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dc.creatorNguyen, Hung Duc
dc.date.accessioned2013-03-29T18:52:30Z
dc.date.available2013-03-29T18:52:30Z
dc.date.issued2012
dc.identifier.urihttp://hdl.handle.net/2376/4312
dc.descriptionThesis (Ph.D.), Washington State Universityen_US
dc.description.abstractThe objective of this dissertation was to develop novel microelectrode techniques and to use microelectrodes for microscale chemistry characterization in biofilms. The first part of the dissertation focused on the development of microelectrodes operated in biofilms respiring on electrodes. The novel improvement required that microelectrodes be compatible within a three-electrode electrochemical cell. Redox potential, pH and hydrogen peroxide microelectrodes were successfully constructed with built-in silver/silver chloride reference electrodes that allowed for such measurements. By using these novel redox potential and pH microelectrodes we found that the decreasing redox potential in Shewanella oneidensis MR-1 biofilms from the bulk phase was not due to pH changes. Shewanella oneidensis MR-1 biofilms were not redox-controlled when they respired on electrodes. The second part of the dissertation focused on the development of a flavin microelectrode to detect flavins, known chemicals playing a role as electron mediators in Shewanella oneidensis MR-1. We successfully developed the novel microelectrode and operated it using a unique voltammetric technique, square wave voltammetry. It was found that the flavin concentration reached 0.7 μM, increasing near the bottom of the Shewanella oneidensis MR-1 biofilm, where no oxygen was present. The third part of the dissertation focused on microelectrode mapping techniques to quantify microscale geochemical gradients in Hanford 300A subsurface sediment biofilms. We found that there were significant differences in geochemical parameters across the sediment biofilm/water interface in the presence and absence of U(VI) under oxic and anoxic conditions. The results also revealed the presence of geochemical hotspots, i.e., microenvironments with relatively high or low biogeochemical activities in sediment biofilms, which had important practical implications for bioremediation processes. Overall, it is concluded that diffusion limitation in biofilms and reactions result in significant differences in chemistries between bulk and biofilm. This means that research conclusions drawn only from bulk data can be misleading. Thus, development and application of novel microelectrodes and microelectrode techniques are critical to identify the microscale chemical processes occurring inside biofilms.en_US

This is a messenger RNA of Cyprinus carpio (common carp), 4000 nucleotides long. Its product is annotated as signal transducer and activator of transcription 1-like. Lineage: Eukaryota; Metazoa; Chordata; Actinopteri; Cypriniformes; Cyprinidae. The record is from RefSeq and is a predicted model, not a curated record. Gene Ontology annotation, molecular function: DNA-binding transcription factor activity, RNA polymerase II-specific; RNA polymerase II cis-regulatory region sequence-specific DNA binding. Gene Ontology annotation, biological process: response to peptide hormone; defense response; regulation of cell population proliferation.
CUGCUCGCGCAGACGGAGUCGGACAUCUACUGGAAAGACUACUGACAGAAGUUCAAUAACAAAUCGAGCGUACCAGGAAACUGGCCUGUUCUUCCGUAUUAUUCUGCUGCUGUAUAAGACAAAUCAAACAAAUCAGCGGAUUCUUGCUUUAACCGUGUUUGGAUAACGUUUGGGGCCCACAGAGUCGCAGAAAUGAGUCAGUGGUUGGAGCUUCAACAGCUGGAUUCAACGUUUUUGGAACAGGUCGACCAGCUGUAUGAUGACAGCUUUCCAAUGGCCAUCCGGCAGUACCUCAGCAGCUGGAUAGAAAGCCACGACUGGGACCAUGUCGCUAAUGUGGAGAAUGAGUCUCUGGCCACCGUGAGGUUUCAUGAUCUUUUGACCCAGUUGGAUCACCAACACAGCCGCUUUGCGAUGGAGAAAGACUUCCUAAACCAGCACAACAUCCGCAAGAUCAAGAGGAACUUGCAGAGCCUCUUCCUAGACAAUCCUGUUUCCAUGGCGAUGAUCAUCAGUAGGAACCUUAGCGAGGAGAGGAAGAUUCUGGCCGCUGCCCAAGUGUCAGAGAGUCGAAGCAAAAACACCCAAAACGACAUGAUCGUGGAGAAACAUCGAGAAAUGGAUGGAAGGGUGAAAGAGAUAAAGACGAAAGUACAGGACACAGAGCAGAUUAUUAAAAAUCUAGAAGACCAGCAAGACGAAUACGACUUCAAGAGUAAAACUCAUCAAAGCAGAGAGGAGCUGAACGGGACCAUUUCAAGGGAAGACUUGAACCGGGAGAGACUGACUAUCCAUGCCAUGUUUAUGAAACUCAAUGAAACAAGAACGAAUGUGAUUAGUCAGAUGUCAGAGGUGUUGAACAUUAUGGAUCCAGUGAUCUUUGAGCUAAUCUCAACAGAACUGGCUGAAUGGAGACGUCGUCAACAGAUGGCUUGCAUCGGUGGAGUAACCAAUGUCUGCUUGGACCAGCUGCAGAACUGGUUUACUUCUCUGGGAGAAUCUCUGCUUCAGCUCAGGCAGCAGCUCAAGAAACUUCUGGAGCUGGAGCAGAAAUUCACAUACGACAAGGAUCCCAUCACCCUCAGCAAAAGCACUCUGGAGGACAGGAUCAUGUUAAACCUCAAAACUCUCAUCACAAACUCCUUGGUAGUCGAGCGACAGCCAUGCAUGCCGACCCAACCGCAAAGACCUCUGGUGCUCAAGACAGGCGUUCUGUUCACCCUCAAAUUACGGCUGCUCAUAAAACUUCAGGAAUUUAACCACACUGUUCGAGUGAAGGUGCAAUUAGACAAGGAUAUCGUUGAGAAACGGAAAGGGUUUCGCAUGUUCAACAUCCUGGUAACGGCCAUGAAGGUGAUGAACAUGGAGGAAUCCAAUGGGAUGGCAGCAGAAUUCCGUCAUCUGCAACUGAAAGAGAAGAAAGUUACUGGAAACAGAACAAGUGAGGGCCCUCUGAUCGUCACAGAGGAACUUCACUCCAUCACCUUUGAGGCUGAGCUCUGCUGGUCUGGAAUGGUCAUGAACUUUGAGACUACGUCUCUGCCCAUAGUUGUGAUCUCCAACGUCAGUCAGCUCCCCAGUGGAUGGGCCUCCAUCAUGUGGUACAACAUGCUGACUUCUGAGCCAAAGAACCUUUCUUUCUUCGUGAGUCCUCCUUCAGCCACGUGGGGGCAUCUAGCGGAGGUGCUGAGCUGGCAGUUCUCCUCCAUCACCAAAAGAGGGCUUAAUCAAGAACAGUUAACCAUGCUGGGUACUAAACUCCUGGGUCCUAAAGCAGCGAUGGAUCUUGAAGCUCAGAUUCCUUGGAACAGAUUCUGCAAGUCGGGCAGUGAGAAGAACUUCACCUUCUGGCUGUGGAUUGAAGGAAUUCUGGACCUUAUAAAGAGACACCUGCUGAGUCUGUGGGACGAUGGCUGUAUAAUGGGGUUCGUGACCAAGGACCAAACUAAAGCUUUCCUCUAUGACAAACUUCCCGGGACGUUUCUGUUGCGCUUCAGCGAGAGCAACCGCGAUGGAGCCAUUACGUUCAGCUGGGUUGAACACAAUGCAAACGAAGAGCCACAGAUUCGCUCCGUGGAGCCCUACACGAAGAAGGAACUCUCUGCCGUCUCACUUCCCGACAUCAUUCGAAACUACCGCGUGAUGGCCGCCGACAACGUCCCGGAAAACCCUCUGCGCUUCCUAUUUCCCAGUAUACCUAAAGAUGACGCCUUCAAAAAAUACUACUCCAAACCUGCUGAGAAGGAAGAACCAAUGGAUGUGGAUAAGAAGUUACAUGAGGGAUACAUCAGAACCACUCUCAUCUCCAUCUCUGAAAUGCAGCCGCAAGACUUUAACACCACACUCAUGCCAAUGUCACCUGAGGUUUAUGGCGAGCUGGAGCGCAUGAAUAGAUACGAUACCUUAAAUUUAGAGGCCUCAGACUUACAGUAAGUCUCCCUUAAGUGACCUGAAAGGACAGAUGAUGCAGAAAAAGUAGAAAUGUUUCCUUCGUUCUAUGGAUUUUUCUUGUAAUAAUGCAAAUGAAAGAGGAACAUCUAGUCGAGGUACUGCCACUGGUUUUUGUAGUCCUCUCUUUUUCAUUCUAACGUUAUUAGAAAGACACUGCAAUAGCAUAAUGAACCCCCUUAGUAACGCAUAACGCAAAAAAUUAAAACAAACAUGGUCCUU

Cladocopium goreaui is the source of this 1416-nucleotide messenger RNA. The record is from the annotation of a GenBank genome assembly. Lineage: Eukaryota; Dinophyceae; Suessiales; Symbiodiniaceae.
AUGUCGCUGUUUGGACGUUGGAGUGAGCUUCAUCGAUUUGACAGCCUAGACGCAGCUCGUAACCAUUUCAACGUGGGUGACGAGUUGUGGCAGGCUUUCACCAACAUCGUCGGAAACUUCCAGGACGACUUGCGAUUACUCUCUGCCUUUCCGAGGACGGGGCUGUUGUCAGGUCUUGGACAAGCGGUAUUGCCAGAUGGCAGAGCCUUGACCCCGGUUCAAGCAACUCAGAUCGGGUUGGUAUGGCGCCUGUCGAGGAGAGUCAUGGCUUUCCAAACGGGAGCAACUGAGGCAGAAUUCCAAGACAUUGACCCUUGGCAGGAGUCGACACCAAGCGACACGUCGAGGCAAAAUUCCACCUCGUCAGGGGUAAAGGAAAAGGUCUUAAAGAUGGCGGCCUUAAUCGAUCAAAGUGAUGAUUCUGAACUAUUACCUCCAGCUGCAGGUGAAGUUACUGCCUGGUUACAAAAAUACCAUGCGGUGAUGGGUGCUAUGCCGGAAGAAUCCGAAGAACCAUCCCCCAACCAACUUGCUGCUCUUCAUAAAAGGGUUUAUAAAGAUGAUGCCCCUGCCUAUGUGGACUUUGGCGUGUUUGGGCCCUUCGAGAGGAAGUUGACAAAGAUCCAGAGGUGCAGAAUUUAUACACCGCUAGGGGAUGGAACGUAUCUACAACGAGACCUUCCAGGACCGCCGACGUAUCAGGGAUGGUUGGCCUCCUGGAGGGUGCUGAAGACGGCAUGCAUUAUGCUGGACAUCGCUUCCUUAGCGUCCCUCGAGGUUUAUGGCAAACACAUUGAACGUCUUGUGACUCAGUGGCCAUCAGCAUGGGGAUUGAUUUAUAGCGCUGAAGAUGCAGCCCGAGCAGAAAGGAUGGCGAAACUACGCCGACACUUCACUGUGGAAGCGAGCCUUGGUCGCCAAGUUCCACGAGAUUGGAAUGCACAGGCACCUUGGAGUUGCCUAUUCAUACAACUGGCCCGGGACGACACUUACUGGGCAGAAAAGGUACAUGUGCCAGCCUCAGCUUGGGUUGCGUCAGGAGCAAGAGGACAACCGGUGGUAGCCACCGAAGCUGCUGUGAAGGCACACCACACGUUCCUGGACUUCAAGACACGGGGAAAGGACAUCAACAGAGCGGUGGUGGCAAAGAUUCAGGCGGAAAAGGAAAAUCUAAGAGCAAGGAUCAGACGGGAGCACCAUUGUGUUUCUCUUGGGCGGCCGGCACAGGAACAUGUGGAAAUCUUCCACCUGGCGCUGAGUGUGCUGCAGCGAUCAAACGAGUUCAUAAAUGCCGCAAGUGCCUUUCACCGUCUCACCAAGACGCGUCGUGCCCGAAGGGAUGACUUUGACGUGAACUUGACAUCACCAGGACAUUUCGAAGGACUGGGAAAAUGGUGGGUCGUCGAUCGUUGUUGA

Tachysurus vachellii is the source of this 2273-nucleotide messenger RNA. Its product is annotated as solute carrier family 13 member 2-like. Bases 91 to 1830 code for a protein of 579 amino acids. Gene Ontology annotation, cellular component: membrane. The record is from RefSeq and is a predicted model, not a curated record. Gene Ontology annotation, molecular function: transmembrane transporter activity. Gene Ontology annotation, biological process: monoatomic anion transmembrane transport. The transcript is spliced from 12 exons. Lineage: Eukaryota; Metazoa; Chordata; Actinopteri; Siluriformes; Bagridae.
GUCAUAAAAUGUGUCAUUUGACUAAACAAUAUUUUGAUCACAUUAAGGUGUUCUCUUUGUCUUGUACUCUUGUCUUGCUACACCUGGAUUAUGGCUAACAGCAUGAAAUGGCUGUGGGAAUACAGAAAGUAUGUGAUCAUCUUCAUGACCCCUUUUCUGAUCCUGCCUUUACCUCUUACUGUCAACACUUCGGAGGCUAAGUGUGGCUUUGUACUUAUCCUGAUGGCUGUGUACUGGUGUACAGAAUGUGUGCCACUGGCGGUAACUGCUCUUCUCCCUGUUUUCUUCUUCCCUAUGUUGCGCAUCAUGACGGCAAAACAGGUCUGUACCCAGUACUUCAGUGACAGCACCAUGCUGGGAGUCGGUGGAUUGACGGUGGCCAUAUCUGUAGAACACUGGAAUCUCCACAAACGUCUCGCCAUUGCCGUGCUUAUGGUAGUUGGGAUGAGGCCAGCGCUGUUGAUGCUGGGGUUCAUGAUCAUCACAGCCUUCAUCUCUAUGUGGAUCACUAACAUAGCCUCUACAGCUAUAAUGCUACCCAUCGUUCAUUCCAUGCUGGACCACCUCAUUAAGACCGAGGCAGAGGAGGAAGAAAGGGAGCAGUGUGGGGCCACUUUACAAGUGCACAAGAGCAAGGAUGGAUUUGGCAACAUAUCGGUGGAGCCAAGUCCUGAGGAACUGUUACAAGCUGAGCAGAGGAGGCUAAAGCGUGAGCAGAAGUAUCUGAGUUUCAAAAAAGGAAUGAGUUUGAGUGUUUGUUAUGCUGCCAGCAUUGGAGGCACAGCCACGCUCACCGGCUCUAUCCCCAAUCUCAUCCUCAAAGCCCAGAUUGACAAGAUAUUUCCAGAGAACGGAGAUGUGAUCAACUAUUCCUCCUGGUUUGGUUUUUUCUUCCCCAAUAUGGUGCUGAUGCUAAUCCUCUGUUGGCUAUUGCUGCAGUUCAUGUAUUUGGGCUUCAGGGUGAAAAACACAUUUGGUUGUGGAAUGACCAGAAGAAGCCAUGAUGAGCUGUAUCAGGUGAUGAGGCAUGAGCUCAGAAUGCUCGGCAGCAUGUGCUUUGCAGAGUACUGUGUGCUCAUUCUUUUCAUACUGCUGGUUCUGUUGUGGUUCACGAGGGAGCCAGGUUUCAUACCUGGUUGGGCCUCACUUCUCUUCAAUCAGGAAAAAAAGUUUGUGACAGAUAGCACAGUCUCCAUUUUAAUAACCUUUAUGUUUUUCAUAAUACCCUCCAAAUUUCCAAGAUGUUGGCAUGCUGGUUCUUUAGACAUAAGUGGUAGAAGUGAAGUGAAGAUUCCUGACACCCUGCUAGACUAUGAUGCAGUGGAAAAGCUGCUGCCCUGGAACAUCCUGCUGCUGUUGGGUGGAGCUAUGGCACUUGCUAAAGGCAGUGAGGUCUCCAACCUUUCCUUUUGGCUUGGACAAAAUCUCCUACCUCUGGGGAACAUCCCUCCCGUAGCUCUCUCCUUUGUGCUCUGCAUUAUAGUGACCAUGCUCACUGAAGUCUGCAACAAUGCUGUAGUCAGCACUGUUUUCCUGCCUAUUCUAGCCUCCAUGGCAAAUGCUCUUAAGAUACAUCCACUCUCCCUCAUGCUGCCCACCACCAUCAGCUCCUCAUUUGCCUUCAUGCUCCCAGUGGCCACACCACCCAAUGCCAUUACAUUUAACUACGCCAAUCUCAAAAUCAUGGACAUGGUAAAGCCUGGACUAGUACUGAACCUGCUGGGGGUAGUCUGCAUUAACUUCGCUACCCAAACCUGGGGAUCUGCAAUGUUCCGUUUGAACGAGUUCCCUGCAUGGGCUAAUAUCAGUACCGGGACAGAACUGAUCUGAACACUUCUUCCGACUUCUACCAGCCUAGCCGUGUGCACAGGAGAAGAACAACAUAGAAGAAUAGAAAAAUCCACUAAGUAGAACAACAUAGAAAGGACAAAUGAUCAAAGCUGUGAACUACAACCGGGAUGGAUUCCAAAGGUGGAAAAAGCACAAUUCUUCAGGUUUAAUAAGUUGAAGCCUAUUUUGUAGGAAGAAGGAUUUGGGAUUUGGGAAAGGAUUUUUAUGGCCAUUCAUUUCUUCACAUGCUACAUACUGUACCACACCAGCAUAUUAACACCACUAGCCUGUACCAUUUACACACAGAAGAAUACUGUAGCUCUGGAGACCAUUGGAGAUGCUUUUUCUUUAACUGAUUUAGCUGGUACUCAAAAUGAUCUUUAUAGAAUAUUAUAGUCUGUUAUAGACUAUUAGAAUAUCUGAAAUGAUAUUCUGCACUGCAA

dc.description.sponsorshipDepartment of Chemical Engineering, Washington State Universityen_US
dc.language.isoEnglish
dc.rightsIn copyright
dc.rightsNot publicly accessible
dc.rightsclosedAccess
dc.rights.urihttp://rightsstatements.org/vocab/InC/1.0/
dc.rights.urihttp://www.ndltd.org/standards/metadata
dc.rights.urihttp://purl.org/eprint/accessRights/ClosedAccess
dc.subjectChemical engineeringen_US
dc.subjectBiogeochemistryen_US
dc.subjectEnergyen_US
dc.titleDevelopment and Application of Microelectrodes in Biofilms
dc.typeText
dc.typeElectronic Thesis or Dissertation


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